Tenure is a way to give the faculty an ownership interest in the institution and bind them to it. A 35-year-old tenured professor who is tempted to give out easy A's because it will make the dean happy and the students happy knows that if he gives the place a reputation as a blow-off school then he is going to be living with the consequences of that for the rest of his career. As a solution, yeah, it's pretty weak beer. But #1 weak as it is, it is about the strongest thing that these institutions have come up with to give incentives to protect the intellectual institutional integrity of these places. And #2, intellectual integrity is one of the core products that a college/university produces -- there is a reason why my University of Chicago BA is worth more money than any degree which I could purchase off of the internet (I get several offers each day for those.) As an alumna, I personally have a huge financial interest in the reputation of my alma mater, and the only way to protect my interest is if current students suffer as much agony earning their degrees as I suffered earning mine -- and I'm pretty sure that would end in pretty short order without tenure.

I have watched several small liberal arts colleges cycle through presidents over the years. Forget tenure -- the real problem is that small places act as an extraordinary magnifier to both the strengths and weaknesses of their presidents. Good (but not great) president equals fantastic institution, while a bad (but not terrible) president puts the place in danger of closing. And as the place goes from president to president (remember that 5-year average) it see-saws wildly. Tenure is probably the most important stabalizing and moderating force that these colleges have. Take it away, and I would expect that many colleges would simply not survive their bad-but-not-terrible presidents.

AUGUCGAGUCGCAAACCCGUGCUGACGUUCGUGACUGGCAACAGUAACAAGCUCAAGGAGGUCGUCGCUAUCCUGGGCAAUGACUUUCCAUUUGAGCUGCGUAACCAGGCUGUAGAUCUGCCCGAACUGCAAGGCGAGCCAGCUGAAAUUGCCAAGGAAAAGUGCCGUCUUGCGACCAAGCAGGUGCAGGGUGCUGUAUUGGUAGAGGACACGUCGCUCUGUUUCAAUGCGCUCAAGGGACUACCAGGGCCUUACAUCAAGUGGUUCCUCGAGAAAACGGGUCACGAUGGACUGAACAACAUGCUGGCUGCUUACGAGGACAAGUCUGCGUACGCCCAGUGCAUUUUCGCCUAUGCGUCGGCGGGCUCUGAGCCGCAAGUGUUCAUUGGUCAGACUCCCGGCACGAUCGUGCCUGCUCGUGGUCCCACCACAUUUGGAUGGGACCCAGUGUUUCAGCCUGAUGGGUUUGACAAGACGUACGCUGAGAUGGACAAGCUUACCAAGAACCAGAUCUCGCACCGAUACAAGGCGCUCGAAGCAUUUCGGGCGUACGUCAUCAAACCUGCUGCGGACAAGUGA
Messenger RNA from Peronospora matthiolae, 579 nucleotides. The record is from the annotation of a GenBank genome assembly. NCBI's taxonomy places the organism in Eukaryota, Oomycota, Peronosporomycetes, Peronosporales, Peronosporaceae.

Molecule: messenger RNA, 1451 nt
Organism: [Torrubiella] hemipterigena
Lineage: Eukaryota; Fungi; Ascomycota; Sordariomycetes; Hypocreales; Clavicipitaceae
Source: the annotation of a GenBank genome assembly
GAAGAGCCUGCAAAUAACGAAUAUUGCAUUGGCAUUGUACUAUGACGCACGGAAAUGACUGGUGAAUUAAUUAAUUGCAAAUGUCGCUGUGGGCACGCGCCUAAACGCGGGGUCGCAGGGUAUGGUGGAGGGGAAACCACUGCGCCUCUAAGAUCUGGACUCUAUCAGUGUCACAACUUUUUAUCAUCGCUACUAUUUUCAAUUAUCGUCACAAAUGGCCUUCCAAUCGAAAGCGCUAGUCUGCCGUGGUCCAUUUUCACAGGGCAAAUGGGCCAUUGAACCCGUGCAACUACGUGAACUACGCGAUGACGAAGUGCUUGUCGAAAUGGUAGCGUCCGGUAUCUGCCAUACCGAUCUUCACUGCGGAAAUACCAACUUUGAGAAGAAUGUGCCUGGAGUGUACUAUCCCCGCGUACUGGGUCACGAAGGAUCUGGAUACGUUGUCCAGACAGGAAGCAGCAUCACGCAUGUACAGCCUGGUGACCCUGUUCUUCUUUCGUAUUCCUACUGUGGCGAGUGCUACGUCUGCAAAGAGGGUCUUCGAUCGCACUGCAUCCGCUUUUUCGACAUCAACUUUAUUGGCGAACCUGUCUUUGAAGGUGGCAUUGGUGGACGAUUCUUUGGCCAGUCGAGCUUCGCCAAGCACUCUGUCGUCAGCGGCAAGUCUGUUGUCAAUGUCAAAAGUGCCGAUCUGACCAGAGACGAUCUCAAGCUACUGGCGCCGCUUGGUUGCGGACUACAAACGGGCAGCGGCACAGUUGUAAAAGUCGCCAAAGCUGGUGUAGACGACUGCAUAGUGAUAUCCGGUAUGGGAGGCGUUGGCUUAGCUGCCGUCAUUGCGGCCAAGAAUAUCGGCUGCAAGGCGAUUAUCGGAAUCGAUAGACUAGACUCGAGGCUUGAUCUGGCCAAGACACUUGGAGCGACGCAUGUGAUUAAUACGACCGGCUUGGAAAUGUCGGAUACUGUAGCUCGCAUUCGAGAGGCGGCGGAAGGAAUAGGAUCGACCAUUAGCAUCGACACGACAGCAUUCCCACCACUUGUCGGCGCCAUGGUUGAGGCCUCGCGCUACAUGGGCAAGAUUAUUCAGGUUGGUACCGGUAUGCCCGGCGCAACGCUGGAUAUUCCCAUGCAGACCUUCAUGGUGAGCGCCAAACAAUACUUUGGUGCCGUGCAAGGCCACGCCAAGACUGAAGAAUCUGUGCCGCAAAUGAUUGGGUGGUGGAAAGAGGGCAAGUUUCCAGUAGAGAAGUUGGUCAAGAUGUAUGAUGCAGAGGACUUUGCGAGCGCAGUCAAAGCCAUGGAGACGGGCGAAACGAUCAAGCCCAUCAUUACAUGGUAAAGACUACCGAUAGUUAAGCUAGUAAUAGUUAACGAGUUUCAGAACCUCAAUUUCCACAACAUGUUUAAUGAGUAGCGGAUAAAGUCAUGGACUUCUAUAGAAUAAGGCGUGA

4.21.2009 2:30pm
rosetta's stones:

Perhaps in some cases tenure protections go too far beyond normal just cause principles.


ya' think?
4.21.2009 2:35pm
Joseph Slater (mail):
OK, I'm going to have to wait 'til I'm off work to play the song R.S. linked, but I have to say, as a fan of Dylan's "Senor," I'm intrigued.
4.21.2009 2:45pm
rosetta's stones:
4.21.2009 2:52pm
Curt Fischer:
Let's grant that "many fields must wait for wholesale generational turnover before new ideas take hold".

First, I am not sure that is a problem. From my perspective in the sciences and engineering, the fundamentally conservative pace at which a field's core ideas develop is a feature, not a bug. Standing on the shoulders of giants doesn't work if people are always knocking the giants over, telling them to go home, or ignoring them.